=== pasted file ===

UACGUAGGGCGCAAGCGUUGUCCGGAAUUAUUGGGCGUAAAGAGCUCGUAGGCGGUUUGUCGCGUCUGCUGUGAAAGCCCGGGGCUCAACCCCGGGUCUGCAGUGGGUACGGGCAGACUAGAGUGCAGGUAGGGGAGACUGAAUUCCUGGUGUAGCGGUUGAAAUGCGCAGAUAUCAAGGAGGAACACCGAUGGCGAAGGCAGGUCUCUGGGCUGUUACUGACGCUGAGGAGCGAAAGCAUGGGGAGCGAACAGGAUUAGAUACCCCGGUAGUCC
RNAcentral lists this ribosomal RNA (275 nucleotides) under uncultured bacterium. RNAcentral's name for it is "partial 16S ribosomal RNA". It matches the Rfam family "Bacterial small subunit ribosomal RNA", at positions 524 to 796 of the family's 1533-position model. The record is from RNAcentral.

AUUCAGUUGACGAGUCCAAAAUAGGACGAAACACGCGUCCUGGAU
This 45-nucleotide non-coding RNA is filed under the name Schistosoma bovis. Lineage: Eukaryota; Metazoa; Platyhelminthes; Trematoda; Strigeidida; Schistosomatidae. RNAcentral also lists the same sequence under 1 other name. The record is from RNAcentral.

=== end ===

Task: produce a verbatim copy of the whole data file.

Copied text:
UACGUAGGGCGCAAGCGUUGUCCGGAAUUAUUGGGCGUAAAGAGCUCGUAGGCGGUUUGUCGCGUCUGCUGUGAAAGCCCGGGGCUCAACCCCGGGUCUGCAGUGGGUACGGGCAGACUAGAGUGCAGGUAGGGGAGACUGAAUUCCUGGUGUAGCGGUUGAAAUGCGCAGAUAUCAAGGAGGAACACCGAUGGCGAAGGCAGGUCUCUGGGCUGUUACUGACGCUGAGGAGCGAAAGCAUGGGGAGCGAACAGGAUUAGAUACCCCGGUAGUCC
RNAcentral lists this ribosomal RNA (275 nucleotides) under uncultured bacterium. RNAcentral's name for it is "partial 16S ribosomal RNA". It matches the Rfam family "Bacterial small subunit ribosomal RNA", at positions 524 to 796 of the family's 1533-position model. The record is from RNAcentral.

AUUCAGUUGACGAGUCCAAAAUAGGACGAAACACGCGUCCUGGAU
This 45-nucleotide non-coding RNA is filed under the name Schistosoma bovis. Lineage: Eukaryota; Metazoa; Platyhelminthes; Trematoda; Strigeidida; Schistosomatidae. RNAcentral also lists the same sequence under 1 other name. The record is from RNAcentral.